The deal with the Asian Tour, the official body for golf in Asia and a full member of the International Federation of PGA Tours, will introduce new commercial prospects and enable more professional golfers to qualify and compete for life-changing opportunities.

“This is an outstanding development for the Asian Tour that will create significant benefits for our membership, key stakeholders, and fans alike,” said Cho Minn Thant, commissioner and CEO of the Asian Tour.

“The Saudi International presented by SoftBank Investment Advisers is a world-class tournament which has become truly global. We are thrilled that it will be the showcase event of the Asian Tour’s season, spearheading our expansion into new frontiers.”

While the Saudi International presented by SoftBank Investment Advisers will mark the start of a revamped 2022 schedule, the Asian Tour is also in the process of finalizing plans to complete its combined 2020-2021 schedule, which will be announced in due course.


Saudi Arabia to hold 2021 Youth World Cup for weightlifting in October

Saudi Arabia to hold 2021 Youth World Cup for weightlifting in October
Updated 20 September 2021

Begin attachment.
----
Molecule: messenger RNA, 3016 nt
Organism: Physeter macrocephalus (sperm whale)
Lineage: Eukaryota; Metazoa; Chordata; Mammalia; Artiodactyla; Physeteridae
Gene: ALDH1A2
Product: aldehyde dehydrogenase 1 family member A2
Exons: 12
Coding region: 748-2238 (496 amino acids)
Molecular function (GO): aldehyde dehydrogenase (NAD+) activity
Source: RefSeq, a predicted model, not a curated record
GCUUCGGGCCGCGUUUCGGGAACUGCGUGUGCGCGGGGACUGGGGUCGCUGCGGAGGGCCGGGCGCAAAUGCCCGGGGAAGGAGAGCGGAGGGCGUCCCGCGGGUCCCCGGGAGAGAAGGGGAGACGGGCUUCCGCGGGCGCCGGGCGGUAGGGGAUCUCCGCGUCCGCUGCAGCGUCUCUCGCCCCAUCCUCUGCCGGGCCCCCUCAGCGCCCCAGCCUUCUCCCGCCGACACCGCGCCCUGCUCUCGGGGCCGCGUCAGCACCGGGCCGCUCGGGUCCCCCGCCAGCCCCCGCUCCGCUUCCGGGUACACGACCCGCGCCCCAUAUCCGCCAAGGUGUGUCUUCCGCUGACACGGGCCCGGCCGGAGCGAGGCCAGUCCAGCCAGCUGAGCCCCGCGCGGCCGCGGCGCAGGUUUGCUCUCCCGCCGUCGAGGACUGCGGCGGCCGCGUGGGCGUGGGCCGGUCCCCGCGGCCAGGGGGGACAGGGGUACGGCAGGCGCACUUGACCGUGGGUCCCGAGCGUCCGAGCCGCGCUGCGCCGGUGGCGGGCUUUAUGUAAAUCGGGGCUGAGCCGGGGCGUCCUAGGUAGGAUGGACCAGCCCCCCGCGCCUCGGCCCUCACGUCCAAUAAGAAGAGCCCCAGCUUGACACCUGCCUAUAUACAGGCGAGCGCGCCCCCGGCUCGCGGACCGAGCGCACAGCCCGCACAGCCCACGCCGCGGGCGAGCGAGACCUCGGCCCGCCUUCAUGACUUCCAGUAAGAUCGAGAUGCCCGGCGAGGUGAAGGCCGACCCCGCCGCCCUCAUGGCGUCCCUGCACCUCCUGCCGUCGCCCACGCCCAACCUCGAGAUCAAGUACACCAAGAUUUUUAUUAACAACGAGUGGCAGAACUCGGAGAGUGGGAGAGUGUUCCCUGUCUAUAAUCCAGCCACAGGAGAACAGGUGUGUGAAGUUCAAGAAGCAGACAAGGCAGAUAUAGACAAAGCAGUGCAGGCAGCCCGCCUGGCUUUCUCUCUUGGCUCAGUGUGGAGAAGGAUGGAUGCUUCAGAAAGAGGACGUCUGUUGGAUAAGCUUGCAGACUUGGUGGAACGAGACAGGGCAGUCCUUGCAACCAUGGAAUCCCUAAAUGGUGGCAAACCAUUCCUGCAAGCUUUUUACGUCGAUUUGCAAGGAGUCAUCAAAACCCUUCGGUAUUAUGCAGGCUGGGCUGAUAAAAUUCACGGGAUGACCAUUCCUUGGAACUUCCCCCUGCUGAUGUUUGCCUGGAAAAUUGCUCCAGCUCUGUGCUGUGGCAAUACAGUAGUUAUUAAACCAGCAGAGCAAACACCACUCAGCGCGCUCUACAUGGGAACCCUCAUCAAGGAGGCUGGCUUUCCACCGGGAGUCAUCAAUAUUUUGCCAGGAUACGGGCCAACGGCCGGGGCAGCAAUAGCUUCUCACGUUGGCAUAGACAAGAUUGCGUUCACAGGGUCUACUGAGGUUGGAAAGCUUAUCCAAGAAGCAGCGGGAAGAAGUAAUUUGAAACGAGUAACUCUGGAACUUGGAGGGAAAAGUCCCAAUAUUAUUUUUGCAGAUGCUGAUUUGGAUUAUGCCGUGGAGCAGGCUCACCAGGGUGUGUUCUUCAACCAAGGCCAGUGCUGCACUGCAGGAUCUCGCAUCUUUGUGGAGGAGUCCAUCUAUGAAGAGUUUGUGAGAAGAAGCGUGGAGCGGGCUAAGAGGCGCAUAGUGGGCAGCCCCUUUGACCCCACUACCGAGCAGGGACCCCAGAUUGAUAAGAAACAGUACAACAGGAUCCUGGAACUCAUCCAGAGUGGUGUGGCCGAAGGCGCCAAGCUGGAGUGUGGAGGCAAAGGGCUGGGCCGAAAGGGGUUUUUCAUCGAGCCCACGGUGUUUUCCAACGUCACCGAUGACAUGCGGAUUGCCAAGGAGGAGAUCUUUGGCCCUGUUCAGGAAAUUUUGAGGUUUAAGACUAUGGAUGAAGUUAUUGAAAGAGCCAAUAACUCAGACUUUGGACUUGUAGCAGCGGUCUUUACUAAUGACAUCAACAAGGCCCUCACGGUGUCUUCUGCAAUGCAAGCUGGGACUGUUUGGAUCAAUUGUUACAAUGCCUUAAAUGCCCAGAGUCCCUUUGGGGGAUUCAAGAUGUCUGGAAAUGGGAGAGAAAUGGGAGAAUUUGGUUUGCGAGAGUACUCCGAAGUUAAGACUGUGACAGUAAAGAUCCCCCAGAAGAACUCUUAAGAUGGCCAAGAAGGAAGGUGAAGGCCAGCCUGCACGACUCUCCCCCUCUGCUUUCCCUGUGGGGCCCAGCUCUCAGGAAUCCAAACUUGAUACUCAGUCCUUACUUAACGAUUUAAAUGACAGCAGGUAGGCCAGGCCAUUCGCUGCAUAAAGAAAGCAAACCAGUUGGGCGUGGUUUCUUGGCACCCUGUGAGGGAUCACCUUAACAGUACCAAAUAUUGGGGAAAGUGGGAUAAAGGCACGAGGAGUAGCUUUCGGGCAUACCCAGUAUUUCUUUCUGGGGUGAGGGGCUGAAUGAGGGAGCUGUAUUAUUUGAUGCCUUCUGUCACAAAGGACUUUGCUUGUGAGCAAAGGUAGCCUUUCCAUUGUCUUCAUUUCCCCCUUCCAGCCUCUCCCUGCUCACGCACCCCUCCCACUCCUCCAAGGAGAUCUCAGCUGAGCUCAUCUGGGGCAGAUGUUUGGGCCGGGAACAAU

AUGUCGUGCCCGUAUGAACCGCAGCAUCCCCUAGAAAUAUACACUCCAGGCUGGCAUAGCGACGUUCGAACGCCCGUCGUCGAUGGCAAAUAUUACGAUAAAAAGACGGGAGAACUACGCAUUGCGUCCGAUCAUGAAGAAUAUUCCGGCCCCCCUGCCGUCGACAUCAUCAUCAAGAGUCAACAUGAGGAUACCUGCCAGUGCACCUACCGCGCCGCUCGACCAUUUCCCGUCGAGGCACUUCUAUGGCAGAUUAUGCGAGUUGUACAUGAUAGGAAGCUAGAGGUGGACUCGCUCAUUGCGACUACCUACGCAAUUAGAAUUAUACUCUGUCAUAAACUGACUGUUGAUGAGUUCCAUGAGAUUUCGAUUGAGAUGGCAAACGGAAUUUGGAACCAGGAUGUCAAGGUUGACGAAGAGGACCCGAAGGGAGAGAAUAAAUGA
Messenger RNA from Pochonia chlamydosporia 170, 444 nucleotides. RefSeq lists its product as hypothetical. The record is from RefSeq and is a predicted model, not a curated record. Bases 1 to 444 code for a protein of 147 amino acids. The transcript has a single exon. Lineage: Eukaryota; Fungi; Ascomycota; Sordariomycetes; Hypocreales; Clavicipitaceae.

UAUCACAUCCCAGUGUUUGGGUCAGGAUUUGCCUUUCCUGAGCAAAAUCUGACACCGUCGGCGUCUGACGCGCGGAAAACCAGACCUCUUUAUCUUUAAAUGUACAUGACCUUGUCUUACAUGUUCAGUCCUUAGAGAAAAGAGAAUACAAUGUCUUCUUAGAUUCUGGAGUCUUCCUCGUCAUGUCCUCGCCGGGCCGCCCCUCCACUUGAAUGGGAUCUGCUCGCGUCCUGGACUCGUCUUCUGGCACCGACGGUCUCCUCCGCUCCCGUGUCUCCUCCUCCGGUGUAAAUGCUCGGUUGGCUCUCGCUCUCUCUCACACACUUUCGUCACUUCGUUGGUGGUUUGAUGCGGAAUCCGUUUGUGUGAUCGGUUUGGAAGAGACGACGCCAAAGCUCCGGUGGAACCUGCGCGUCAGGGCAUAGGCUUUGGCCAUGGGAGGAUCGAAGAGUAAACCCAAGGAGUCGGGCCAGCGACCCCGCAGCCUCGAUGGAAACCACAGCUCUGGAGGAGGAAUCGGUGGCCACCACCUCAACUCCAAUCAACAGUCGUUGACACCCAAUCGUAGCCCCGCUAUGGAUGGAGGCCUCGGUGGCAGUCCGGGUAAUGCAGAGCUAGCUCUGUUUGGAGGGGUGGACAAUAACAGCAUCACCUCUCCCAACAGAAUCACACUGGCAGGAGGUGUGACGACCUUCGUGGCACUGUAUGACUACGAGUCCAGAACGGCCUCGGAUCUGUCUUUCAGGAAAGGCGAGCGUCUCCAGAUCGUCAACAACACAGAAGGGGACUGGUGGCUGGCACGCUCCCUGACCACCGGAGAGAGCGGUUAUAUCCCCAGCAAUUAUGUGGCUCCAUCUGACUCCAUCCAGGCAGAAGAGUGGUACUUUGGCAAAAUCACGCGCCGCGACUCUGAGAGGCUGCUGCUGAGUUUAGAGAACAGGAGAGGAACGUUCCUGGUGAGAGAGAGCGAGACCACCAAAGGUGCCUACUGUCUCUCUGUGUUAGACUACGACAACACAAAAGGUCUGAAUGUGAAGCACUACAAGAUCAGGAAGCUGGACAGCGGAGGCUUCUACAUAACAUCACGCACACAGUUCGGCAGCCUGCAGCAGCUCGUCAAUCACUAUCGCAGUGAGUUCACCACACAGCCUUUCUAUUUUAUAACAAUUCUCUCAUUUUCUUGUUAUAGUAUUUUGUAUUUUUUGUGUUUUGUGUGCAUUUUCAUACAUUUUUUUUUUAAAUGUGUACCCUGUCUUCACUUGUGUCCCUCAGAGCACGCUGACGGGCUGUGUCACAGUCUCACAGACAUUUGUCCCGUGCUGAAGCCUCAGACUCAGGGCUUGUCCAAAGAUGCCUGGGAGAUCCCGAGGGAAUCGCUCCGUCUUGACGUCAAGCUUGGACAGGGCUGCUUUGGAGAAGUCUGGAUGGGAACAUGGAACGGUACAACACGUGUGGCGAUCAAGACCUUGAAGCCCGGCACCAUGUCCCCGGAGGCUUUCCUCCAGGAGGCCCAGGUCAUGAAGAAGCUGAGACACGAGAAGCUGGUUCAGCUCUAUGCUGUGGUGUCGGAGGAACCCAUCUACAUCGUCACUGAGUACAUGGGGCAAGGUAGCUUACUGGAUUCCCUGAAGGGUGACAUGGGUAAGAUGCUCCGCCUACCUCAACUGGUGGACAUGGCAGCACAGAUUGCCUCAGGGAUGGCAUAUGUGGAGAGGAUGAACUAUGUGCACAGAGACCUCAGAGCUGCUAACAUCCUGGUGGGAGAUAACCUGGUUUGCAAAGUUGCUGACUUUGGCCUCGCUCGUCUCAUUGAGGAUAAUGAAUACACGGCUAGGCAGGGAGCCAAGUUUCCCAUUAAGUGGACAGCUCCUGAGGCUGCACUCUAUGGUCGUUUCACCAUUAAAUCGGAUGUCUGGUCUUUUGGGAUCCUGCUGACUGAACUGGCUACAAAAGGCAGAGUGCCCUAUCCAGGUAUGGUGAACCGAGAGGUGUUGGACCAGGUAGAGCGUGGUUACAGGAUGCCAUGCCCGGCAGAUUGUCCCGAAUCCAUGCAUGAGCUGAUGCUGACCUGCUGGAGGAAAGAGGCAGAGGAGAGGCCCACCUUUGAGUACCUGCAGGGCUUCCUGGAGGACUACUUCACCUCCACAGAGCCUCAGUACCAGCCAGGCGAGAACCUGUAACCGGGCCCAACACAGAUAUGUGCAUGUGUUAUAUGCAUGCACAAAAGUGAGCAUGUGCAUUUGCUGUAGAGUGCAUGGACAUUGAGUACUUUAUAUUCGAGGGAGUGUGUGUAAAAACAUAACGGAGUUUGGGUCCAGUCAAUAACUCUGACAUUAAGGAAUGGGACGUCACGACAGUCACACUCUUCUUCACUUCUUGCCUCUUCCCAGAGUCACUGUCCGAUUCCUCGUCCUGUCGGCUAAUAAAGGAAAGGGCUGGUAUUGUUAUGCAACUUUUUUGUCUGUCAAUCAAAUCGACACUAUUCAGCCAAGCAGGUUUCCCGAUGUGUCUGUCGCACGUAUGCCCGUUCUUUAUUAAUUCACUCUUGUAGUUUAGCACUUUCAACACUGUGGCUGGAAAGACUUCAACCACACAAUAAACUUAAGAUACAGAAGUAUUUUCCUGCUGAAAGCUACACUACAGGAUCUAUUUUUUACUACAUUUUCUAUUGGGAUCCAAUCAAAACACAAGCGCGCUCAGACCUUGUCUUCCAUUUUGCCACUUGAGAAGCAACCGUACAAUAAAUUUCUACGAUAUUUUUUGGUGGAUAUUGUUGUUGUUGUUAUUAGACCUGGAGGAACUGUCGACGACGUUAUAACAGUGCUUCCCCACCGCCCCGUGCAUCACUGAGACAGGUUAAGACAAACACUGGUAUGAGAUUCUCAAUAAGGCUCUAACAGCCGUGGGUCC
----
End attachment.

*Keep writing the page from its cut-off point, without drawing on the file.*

Saudi Arabia to hold 2021 Youth World Cup for weightlifting in October

Saudi Arabia to hold 2021 Youth World Cup for weightlifting in October
  • More than 320 athletes to take part in the competition, to be held in the Kingdom for the first time

The Saudi Weightlifting Federation will host the 2021 IWF Youth World Cup in Jeddah from Oct. 3-12.

More than 320 male and female U-17 weightlifters from 45 countries are expected to take part in the competition, which is being held in the Kingdom for the first time.

“Hosting the tournament for the first time in Saudi Arabia, despite the circumstances the world is going through as a result of the pandemic, (shows) the unlimited support that the sports sector enjoys from our leadership toward achieving the goals of Vision 2030 and contributing to the growth of the domestic product in Saudi Arabia,” said Prince Abdul Aziz bin Turki Al-Faisal, sports minister and president of the Saudi Olympic Committee.